Institute for Social Capital names new director
Amy Hawn Nelson, a Mecklenburg County educator with a strong record in improving the academic outcomes for at-risk students, has been named director of UNC Charlotte’s Institute for Social Capital. She replaces Sharon Portwood, the first director, who stepped down in December 2011 to return to full-time teaching at the university.
The Institute for Social Capital was founded by the UNC Charlotte Foundation in 2004 to use social and human data to advance research capabilities and data-based planning at the university and in the community. At its core is a comprehensive community database of records from 13 public and nonprofit agencies, including Charlotte-Mecklenburg Schools, the Mecklenburg County Sheriff’s Department and the county Department of Social Services. While maintaining the confidentiality of individual records, the ISC database connects dispersed data sets, providing a foundation for researchers to better understand the variables that affect the community, particularly outcomes for children and families.
Hawn Nelson, who will start her new job September 4, has a Ph.D. in curriculum and instruction, urban education, as well as two education-related master’s degrees (in school administration and teaching) and has spent most of her professional career working in public schools, primarily as a teacher and administrator.
A Charlotte native, she has been active in Teach For America, the national service corps organization. Most recently, Hawn Nelson was assistant principal at Kennedy Charter Public School in Charlotte, where she was part of a leadership team that made progress in transitioning an alternative school for at-risk students into a traditional charter school, significantly improving the students’ academic outcomes.
Among her colleagues, Hawn Nelson is regarded as an educator who draws upon the latest education research and innovation. This combination of research expertise and practical experience in issues affecting children and youth was one of the things that impressed the search committee. In announcing the hire, UNC Charlotte Provost Joan Lorden said, “Amy brings a unique blend of research expertise and practical experience – especially in the field of education – that aligns perfectly with our vision for the Institute for Social Capital as a center that produces research that is both academically rigorous and at the same time relevant to our community partners. We feel that her background has prepared her well to serve in such a ‘bridge’ role.”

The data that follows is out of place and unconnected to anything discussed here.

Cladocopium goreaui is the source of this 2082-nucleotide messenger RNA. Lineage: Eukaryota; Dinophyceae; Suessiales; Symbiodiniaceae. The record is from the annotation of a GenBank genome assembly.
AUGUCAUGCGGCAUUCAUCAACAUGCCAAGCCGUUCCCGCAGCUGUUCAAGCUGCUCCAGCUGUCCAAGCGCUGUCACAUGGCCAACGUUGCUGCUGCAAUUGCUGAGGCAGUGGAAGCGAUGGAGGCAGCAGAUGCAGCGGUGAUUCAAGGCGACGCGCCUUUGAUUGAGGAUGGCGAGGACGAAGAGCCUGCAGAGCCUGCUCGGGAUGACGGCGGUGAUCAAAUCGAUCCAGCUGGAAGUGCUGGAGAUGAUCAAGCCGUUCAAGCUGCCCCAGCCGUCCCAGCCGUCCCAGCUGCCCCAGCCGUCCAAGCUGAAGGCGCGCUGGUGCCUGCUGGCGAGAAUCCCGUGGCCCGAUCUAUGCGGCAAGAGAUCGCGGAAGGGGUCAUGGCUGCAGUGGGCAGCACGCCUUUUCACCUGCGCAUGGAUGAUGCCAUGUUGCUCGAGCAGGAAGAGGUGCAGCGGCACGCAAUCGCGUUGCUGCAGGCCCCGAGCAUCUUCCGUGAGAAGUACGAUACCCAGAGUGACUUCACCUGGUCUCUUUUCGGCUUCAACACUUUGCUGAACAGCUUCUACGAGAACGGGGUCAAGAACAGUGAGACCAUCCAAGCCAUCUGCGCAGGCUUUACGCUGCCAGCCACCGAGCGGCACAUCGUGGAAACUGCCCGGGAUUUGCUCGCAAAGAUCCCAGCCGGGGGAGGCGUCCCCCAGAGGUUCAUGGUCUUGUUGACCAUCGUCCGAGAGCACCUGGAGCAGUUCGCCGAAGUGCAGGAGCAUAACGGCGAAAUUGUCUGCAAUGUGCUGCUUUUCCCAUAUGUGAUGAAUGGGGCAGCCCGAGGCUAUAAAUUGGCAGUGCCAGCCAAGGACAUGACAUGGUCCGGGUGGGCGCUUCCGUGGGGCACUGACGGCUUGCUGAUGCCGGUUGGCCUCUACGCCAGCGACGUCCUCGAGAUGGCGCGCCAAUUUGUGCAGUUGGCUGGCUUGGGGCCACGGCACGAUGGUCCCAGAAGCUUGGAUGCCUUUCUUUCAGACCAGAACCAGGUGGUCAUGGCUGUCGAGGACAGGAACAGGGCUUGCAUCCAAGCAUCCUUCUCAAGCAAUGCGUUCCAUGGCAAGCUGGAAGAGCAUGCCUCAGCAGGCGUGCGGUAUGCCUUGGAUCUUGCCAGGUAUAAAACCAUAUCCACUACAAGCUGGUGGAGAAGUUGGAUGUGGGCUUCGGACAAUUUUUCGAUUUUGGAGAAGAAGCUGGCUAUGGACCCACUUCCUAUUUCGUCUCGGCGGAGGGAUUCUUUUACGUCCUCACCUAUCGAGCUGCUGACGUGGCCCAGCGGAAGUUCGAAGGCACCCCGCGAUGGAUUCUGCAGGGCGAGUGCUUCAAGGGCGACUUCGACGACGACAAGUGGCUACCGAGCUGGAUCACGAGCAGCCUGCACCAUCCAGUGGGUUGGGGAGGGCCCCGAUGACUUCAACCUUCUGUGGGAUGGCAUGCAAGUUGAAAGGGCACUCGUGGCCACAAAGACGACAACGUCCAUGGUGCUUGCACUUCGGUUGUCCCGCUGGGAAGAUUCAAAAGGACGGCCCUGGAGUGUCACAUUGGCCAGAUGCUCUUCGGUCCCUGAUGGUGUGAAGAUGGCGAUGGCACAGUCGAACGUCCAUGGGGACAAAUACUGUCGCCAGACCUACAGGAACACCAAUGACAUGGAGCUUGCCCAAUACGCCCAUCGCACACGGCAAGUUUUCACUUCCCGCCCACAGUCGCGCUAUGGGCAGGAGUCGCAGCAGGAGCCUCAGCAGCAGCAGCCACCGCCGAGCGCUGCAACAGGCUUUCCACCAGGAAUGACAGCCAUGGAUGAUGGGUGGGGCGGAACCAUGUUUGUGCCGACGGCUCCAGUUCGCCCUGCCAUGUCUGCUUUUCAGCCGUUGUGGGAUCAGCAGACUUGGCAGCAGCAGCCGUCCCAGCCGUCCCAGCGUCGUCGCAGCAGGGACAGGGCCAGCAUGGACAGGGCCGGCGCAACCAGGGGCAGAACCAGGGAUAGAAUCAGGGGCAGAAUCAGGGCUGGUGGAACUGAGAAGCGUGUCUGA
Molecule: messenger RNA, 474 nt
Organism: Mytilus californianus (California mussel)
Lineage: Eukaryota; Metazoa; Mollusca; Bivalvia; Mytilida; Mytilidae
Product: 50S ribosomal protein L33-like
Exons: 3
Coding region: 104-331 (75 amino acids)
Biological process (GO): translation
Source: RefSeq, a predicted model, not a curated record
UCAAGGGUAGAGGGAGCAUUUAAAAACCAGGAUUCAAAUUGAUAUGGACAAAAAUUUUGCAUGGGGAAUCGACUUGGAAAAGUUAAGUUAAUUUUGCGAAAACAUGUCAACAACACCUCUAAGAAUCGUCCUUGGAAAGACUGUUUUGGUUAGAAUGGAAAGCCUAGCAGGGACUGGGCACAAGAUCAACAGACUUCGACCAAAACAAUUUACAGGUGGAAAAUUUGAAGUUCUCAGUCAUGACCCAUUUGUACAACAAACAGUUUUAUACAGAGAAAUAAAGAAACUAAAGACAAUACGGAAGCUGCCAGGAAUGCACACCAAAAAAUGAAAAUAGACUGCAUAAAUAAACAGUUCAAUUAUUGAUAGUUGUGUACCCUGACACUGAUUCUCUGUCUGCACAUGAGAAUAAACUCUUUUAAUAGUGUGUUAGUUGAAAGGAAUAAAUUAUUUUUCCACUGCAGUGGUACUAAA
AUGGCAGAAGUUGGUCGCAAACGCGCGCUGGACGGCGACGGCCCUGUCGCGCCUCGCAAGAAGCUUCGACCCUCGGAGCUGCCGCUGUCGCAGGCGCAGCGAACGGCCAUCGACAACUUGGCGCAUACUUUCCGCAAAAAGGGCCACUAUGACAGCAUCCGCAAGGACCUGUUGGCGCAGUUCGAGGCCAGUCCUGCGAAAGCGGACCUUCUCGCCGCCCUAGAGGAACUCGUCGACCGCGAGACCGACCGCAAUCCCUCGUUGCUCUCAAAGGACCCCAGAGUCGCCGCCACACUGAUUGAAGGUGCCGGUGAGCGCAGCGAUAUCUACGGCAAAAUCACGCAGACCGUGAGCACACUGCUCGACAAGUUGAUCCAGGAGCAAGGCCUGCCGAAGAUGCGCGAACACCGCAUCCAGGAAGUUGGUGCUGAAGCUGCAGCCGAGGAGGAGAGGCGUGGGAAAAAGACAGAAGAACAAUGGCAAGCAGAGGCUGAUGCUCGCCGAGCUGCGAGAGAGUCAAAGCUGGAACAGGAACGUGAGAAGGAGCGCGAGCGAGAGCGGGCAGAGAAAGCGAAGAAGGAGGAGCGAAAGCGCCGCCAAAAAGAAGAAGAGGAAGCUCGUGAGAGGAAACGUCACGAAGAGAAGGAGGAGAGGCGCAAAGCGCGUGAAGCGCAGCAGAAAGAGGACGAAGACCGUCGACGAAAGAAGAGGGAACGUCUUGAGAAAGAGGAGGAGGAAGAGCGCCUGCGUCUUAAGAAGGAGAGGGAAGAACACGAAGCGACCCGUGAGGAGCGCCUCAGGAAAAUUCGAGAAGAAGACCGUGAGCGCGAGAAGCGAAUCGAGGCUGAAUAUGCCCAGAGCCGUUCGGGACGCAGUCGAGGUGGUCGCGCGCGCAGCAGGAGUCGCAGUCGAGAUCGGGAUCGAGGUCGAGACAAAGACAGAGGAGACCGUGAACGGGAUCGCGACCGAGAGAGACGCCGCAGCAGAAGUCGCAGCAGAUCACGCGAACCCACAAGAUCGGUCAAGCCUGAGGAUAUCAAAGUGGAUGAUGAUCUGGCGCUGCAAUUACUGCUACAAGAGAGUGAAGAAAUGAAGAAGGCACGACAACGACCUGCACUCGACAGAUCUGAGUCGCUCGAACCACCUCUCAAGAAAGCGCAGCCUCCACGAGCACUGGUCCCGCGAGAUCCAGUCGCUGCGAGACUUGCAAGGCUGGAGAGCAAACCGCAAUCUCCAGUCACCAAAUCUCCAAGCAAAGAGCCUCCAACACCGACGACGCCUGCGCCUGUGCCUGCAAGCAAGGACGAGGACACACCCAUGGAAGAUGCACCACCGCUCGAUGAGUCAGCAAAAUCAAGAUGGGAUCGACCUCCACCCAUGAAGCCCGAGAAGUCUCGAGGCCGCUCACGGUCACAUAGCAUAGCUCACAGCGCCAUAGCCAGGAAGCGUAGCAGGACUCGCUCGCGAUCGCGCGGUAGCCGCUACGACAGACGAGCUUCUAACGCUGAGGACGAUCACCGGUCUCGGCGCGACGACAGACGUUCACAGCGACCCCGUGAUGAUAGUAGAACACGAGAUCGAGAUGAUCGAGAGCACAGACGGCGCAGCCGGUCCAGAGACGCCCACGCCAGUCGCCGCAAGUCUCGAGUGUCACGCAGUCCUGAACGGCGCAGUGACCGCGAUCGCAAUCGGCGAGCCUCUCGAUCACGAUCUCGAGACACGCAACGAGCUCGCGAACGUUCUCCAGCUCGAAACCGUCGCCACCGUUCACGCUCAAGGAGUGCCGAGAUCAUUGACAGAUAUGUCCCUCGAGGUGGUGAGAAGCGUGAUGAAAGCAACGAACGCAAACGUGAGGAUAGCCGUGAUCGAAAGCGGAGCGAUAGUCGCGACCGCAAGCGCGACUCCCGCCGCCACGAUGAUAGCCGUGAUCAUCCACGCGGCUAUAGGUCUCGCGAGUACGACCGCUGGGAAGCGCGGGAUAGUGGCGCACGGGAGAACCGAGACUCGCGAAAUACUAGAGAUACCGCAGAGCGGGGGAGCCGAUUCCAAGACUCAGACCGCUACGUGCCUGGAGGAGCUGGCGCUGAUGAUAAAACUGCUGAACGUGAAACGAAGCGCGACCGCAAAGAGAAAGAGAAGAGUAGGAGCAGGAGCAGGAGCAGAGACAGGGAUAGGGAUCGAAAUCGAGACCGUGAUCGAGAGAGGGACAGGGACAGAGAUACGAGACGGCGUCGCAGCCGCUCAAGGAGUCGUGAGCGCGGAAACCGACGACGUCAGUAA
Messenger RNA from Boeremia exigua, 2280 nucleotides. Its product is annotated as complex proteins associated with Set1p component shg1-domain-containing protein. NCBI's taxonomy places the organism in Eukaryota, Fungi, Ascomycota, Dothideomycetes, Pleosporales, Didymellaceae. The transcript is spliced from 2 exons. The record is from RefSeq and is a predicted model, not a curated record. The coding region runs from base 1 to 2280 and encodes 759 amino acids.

Said Hawn Nelson, “I am excited for the opportunity to support the mission of the ISC and contribute to the valuable work of the Urban Institute in our community.”
Her hiring comes five months after the university and the ISC board of directors in March announced the merging of the Institute for Social Capital staff into the UNC Charlotte Urban Institute. Read more about that here. ISC is now a research program of the Urban Institute, with the nonprofit subsidiary of the UNC Charlotte Foundation continuing to operate as the fiscal and legal steward of the ISC database for security reasons. Urban Institute Director Jeff Michael has been interim director of the Institute for Social Capital since January and will continue to provide guidance and supervision for Hawn Nelson in her role as ISC director.
“This is an exciting time for the Institute for Social Capital,” said Michelle Lancaster, ISC board president and one of Mecklenburg County’s three general managers. “With greater administrative capacity resulting from our recent merger with the Urban Institute, along with Amy’s exceptional talents and deep familiarity with this community, the Institute for Social Capital is truly poised to deliver cutting-edge research that can help inform public policy around social issues in this community.”
The UNC Charlotte Urban Institute is a nonpartisan applied research and community outreach center at UNC Charlotte. It provides economic development research; technical assistance and training related to operations and data management; public opinion surveys; community planning; and land-use and natural resources consulting to meet the needs of the Charlotte region and its citizens.